Five Olympic Level Takedowns You Need To Know
Qualifying and wrestling in the Olympics means that you have reached the best of the best in the sport of wrestling. There are so many different areas of wrestling that each of these Olympians have to be great at but probably the most important is being able to get takedowns. When you are wrestling the best of the best, you need to be hitting takedowns that will work against the best of the best. Sloppy setups and shots will not get the job done. Here are five different Olympians showing some of their favorite takedowns.
Hip Toss with Henry Cejudo
Henry Cejudo is not only an Olympic gold medalist, but also a two weight UFC world champion. When it comes to takedowns, Cejudo knows what it takes to takedown the best of the best. In this video, he shows a great hip toss that is set up with an outside sweep single leg.
This hip toss relies heavily on shooting the single leg. Watch how Henry shoots to the outside leg anticipating that he will step it back in order to defend it. When his opponent does step the leg back, Henry stays heavy on the outside arm, which is very important, and takes a center step with his inside leg. Next, he takes a back step to clear his hips through and loads his partner up for the throw. Notice how his partner almost perpendicular across his back and his butt and hips are all the way clear.
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This hip toss is very effective because it is disguised with a single leg attempt. This is an especially good throw to hit if you are down at the end of a match and need to score some points or get a pin. Most guys know if you are hunting for a throw and it is very difficult to hit one at this point, but since this starts out with a single leg, by the time they know what is happening it is too late for them to stop it.
Post Counter Double Leg by Bekzod Abdurakhminov
Bekzod Abdurakhminov wrestled in the United States for Clarion but competed on the Uzbekistan Olympic team. In 2016 he defeated Jordan Burrough 11-1 during the Rio Olympics. In this video, he demonstrates how to use your opponent’s reach to set up a double leg. This is a perfect example of how well basic techniques work at even the highest level.
When you watch Bekzod demonstrate this double leg, notice that he doesn’t post the arm very high, in fact he only moves the arm a couple of inches. Also, he likes to use an outside step for his double leg which can be quicker but you already need to be close when your opponent reaches. Lastly, you have to post the arm up before it makes contact with you. If you wait until your opponent has a collar tie, it is too late for this setup.
Two on One Lunge Step with Adam Wheeler
This is a great way to get in on your opponent from a two on one because it is very common for them to post on your head to defend the two on one just like Wheeler’s partner does in the video. Once you post up on their arm, it leaves a huge space for the lunge step shot and as you can see in the video, from this position, you can easily finish with a double leg, a single leg, or a duck under.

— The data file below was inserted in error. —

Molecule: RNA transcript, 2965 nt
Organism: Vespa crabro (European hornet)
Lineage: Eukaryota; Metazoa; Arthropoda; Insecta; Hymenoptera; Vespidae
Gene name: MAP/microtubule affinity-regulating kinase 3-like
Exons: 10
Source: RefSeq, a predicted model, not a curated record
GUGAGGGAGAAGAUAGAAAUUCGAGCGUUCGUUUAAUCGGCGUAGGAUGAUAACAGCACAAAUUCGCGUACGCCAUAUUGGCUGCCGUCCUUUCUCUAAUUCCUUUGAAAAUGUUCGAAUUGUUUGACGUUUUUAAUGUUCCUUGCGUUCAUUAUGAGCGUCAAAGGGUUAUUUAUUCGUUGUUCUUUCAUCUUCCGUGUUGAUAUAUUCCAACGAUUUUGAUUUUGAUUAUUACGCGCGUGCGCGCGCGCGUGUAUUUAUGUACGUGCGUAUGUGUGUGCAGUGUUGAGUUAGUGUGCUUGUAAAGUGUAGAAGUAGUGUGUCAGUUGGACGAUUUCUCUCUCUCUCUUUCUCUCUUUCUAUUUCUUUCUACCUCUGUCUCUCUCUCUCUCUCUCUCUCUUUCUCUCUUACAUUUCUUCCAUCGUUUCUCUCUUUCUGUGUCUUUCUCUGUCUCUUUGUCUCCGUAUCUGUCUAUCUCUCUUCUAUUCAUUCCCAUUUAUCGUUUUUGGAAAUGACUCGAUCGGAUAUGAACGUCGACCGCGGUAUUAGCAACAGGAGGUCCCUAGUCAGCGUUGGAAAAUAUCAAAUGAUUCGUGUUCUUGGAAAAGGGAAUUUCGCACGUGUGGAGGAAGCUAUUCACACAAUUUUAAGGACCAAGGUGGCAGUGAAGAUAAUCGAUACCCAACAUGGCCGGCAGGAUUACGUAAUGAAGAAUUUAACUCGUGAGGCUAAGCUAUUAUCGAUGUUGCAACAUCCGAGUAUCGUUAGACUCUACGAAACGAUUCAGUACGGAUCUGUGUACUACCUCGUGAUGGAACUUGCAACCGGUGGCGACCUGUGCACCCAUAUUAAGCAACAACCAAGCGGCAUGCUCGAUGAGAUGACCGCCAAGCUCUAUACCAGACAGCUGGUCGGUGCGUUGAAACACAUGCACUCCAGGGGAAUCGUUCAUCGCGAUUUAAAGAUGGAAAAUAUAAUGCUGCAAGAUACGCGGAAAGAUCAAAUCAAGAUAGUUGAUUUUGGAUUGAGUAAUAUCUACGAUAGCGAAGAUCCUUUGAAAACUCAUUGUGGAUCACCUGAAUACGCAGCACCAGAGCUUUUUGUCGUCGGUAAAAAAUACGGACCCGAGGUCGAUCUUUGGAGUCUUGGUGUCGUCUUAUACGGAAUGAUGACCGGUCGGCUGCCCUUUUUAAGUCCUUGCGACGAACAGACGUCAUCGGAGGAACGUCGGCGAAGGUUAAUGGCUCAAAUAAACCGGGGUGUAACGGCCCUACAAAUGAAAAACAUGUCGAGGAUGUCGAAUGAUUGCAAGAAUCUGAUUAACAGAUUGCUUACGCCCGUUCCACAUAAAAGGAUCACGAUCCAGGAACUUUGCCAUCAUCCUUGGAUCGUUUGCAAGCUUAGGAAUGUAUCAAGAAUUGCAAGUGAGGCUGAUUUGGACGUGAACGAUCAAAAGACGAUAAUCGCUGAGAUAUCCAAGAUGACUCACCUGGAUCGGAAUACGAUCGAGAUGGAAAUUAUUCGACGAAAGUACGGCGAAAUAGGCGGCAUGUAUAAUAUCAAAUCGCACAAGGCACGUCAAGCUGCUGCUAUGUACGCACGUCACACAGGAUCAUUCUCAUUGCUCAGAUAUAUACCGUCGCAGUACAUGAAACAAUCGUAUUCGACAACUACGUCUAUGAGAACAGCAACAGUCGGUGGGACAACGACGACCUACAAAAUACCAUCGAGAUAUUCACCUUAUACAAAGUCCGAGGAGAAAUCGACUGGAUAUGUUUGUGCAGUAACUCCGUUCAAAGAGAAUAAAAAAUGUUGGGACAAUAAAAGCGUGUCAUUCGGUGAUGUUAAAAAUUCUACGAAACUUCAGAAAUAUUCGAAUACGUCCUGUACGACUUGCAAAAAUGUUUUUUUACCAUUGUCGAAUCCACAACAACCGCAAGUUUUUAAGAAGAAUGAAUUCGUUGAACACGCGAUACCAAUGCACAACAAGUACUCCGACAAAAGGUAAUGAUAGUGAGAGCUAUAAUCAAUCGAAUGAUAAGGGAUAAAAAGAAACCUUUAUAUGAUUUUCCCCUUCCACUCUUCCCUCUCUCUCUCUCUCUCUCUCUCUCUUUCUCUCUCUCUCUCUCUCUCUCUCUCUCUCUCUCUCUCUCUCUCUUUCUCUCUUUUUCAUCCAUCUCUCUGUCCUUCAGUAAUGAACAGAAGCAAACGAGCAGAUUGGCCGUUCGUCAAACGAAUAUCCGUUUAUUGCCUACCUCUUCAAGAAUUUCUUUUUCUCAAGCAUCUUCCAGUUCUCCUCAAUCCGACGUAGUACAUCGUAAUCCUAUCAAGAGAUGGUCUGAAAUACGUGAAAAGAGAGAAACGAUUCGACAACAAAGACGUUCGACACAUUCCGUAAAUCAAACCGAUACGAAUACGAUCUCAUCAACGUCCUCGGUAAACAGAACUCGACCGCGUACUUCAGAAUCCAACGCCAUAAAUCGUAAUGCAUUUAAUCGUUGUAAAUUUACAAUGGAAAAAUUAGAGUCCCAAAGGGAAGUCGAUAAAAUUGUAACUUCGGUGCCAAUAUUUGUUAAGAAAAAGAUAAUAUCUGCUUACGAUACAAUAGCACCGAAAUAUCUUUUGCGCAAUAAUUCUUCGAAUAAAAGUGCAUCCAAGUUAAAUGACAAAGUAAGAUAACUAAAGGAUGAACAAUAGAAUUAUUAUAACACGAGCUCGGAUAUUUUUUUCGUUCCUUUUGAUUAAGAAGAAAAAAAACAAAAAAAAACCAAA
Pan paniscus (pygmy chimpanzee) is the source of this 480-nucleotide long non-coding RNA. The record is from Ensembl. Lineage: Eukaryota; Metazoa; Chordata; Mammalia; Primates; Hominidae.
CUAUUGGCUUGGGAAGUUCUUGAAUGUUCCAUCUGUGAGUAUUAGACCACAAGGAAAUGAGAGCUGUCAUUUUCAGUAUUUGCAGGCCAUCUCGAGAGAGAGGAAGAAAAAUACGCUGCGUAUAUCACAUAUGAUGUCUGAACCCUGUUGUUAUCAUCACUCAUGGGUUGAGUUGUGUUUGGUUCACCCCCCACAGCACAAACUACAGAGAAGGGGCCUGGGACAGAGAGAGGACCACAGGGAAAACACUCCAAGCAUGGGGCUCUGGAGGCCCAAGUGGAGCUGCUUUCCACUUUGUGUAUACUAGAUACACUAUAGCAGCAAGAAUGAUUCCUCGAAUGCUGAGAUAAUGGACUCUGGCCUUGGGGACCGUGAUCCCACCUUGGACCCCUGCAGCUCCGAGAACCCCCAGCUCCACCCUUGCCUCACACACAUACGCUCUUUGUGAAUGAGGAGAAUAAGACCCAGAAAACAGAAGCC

Elbow Pinch Lateral Drop with Georgi Ivanov
Georgi Ivanov is a Bulgarian wrestler who competed in the 2016 Olympics and is known for his takedowns using a two on one. In this video, he uses a two on one to set up a lateral drop to take his opponent straight to their back.
This throw from a two on one works well because it is setup when your opponent grabs your elbow to counter it. It starts out in a good Russian tie position and where the arm is tight to your body. Watch how Georgi uses his belly to block his opponent’s arm and then takes the hand that is on the wrist and brings it up to almost an underhook position. Be sure to look the direction you are planning on throwing. Then pop your hips and launch your opponent.
If you have trouble hitting this throw here are a couple of things to look at. First, are you stepping in deep enough. Your hips need to be close to your opponent’s hips. If there is too much space, the throw won’t work. Another thing to look at is are you able to pop your hips. If you can’t already do a lateral drop form and over under position, you probably aren’t ready to for this variation of a lateral drop. Lastly, make sure you are committing to the throw. It’s either all or nothing with throws, if you are only give 75% chances are it won’t work the way you want it to.
Sitting the Corner with Ben Askren
Ben Askren represented the United States in the 2008 Olympics and is known for his funky style of wrestling which includes a lot of scrambling. In this video, he shows how sit the corner to defend a high crotch. It may be a little unorthodox, but it is a highly effective way to defend the shot.
Sitting the corner neutralizes your opponent after they shoot a high crotch because it takes away the option of transitioning to a single leg or a double leg. It also takes takes a way the option for them to drive through you and it gives you a better angle to attack them.
When you sit the corner, be sure to push your opponent to the outside. This takes away their ability to drive through you. Watch now Ben sits to the mat. He doesn’t just drop to his butt; he sits in a circular motion. Once you are down on the mat, you can lock in the crotch, around the waist, or pull them in tight to you to eliminate space. Then post up and get your hips on top.
To become an Olympian you have to have great takedowns. If you feel like you need to add new setups and takedowns to your offense, all of these are great options. If they work at the Olympics, then they will work at any other tournament.
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